“My family and I are encouraged that the U.S. Supreme Court has agreed to decide our case,” wrote David Green, in a statement. “This legal challenge has always remained about one thing and one thing only: the right of our family businesses to live out our sincere and deeply held religious convictions as guaranteed by the law and the Constitution. Business owners should not have to choose between violating their faith and violating the law.”

The Supreme Court cases involving Hobby Lobby and Conestoga Wood Specialties will be combined for arguments, estimated to start in late March. A decision is expected by late June. There are currently 84 lawsuits challenging the HHS mandate including Little Sisters of the Poor, Colorado Christian University, the Eternal Word Television Network and Ave Maria University. The Supreme Court did not announce whether it would take up any of the additional HHS mandate cases also seeking a hearing.

COMING UP: Care for Her Act: A common-sense approach to caring for women and their babies

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The pro-life community is often accused of only being pro-birth; however, a congressman from Nebraska is seeking to not only bring more visibility to the countless organizations which provide care for women experiencing crisis pregnancies through birth and beyond, but to also imitate that care at the federal level and enshrine it into law.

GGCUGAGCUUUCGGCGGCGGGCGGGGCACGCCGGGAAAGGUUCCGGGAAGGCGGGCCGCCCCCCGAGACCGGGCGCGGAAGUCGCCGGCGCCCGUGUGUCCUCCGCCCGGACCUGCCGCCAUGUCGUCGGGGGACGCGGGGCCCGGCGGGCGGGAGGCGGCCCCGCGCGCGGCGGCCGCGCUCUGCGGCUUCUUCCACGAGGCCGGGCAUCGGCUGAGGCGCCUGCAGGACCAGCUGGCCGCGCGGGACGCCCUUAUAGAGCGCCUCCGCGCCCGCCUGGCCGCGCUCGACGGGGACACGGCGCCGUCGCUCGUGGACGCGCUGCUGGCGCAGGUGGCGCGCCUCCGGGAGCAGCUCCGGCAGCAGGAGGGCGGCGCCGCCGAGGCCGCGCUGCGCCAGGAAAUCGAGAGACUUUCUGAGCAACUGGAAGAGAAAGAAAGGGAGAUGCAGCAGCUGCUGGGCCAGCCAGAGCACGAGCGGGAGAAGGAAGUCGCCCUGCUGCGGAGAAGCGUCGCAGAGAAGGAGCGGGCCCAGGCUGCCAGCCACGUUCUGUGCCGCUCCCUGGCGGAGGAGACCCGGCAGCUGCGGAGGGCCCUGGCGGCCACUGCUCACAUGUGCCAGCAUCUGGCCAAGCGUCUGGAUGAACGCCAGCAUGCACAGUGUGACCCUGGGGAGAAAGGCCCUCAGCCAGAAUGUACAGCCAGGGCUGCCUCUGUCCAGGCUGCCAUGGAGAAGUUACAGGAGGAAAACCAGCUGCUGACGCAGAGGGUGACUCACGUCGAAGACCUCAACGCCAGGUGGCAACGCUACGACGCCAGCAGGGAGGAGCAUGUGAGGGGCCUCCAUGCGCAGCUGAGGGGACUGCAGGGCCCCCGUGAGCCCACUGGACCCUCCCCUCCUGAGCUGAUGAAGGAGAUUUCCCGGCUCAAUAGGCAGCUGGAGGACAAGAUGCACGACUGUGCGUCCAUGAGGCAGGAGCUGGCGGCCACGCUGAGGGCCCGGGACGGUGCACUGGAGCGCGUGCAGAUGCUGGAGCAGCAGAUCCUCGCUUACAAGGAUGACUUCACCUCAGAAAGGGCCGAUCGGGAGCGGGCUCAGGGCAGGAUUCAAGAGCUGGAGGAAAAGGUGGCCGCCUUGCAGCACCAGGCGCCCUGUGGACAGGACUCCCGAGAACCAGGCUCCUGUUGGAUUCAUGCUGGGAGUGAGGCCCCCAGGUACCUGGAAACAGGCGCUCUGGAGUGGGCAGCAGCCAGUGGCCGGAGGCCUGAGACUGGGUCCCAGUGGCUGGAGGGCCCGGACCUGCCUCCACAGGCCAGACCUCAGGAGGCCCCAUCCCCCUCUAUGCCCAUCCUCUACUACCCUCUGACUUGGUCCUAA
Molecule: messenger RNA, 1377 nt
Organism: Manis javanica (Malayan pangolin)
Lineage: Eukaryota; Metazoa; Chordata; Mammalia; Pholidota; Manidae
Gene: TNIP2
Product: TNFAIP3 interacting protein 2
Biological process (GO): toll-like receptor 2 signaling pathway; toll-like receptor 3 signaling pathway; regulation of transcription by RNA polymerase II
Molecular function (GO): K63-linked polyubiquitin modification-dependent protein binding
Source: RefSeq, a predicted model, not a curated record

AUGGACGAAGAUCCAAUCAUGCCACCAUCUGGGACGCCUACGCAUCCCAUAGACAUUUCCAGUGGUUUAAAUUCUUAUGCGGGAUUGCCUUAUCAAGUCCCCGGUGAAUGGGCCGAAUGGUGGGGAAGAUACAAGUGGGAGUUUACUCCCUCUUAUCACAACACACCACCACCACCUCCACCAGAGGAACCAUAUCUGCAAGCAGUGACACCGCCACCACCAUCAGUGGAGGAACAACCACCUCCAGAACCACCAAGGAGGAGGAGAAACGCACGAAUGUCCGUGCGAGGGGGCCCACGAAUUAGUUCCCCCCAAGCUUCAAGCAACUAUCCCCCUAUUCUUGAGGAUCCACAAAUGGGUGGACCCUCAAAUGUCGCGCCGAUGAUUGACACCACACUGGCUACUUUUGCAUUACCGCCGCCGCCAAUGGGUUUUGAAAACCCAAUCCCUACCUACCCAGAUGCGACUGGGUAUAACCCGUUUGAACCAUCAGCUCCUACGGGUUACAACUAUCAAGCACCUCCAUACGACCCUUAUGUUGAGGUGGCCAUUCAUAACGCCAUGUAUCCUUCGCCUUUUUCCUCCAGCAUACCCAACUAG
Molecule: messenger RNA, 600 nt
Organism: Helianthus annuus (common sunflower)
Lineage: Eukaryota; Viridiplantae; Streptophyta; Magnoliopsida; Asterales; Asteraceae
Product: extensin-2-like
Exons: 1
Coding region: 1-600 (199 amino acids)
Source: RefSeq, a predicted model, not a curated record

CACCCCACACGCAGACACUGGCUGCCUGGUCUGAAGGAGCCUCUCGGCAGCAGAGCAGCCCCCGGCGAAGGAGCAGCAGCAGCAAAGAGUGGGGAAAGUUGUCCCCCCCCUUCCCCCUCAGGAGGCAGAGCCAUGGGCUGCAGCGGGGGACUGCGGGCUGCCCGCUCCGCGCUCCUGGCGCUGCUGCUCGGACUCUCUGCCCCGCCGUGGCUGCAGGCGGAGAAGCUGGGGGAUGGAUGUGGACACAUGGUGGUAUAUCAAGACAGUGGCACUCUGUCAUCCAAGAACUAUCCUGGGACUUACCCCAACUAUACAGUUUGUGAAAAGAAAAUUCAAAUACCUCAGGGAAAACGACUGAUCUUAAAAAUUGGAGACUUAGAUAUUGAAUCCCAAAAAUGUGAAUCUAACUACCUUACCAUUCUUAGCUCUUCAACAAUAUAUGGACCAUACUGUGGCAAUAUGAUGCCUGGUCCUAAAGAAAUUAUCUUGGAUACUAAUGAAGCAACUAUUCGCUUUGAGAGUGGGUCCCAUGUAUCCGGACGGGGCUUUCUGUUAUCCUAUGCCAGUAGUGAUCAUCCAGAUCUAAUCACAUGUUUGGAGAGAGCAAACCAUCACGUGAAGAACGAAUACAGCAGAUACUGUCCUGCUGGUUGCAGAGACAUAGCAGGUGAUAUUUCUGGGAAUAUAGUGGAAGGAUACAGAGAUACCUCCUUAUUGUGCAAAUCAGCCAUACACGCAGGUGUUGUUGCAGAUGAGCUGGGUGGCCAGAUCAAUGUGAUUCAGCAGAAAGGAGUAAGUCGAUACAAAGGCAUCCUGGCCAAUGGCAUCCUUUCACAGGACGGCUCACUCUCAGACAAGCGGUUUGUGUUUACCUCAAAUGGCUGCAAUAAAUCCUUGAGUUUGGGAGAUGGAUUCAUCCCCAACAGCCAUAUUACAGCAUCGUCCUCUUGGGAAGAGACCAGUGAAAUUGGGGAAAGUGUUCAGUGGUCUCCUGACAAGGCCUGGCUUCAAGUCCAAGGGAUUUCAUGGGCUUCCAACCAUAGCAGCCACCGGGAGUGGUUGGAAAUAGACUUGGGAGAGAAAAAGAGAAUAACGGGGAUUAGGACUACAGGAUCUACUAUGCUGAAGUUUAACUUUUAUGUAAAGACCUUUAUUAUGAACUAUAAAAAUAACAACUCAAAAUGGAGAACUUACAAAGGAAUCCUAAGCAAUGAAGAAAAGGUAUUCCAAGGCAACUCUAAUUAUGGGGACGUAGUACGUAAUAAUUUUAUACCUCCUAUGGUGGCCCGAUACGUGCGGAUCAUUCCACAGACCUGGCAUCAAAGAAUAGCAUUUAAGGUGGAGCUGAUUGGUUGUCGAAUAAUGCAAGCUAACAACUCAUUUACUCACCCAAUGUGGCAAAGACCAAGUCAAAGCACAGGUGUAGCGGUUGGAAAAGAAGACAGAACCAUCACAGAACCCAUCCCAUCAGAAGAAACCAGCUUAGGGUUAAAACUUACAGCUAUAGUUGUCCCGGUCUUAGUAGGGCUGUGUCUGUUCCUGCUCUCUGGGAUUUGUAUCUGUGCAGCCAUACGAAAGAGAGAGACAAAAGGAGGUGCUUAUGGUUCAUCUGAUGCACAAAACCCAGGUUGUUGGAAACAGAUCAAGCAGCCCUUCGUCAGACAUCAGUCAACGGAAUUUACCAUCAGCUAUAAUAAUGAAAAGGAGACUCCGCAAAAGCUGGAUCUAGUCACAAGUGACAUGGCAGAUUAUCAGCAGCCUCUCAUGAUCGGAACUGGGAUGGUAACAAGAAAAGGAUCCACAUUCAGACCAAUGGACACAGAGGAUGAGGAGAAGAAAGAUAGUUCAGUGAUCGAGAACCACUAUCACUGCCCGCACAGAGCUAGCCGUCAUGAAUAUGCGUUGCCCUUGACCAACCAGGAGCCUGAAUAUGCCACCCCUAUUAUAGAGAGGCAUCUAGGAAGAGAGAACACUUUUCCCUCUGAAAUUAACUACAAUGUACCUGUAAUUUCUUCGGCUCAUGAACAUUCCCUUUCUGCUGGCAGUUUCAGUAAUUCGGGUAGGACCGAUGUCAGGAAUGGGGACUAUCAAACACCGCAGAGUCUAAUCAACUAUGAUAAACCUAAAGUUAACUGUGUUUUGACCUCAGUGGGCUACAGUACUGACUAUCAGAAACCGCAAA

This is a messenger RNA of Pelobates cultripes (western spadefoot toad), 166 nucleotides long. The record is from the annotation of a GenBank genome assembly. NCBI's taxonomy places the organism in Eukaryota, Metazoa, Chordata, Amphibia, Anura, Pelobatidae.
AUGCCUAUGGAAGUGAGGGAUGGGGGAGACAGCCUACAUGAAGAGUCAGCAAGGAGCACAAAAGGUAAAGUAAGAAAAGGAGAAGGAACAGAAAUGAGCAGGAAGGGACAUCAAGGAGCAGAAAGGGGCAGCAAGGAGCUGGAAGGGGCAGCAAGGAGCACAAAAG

Rep. Jeff Fortenberry (R), who serves the first congressional district in Nebraska, is expected to introduce the Care for Her Act to Congress soon, a bill that’s been in the works since last year. The overall goal of the bill is to “[commit] to care for that journey of life through a complementary set of services whereby the government makes a decided choice on behalf of the life of the unborn child and meeting the needs of the expectant mother,” Rep. Fortenberry told the Denver Catholic.

The Care For Act seeks to accomplish this through four basic provisions: A $3,600 tax credit for unborn children which would apply retroactively after the child is born, in addition to the existing tax credit for children; a comprehensive assessment and cataloguing of the programs and resources that are available to expectant mothers; providing federal grants to advance maternal housing, job training mentorships and other educational opportunities for expectant mothers; and lastly, offering financial incentives to communities that improve maternal and child health outcomes.

The Biden Administration recently indicated that they’ll be removing the Hyde Amendment in next year’s budget, which has historically been in place to prohibit pubic funds from going to abortions. The Care for Her Act would circumvent this to some degree, and it would also test whether Rep. Fortenberry’s dissenting colleagues who have in the past expressed that women should be cared for throughout their pregnancies and beyond are willing to stand by their words.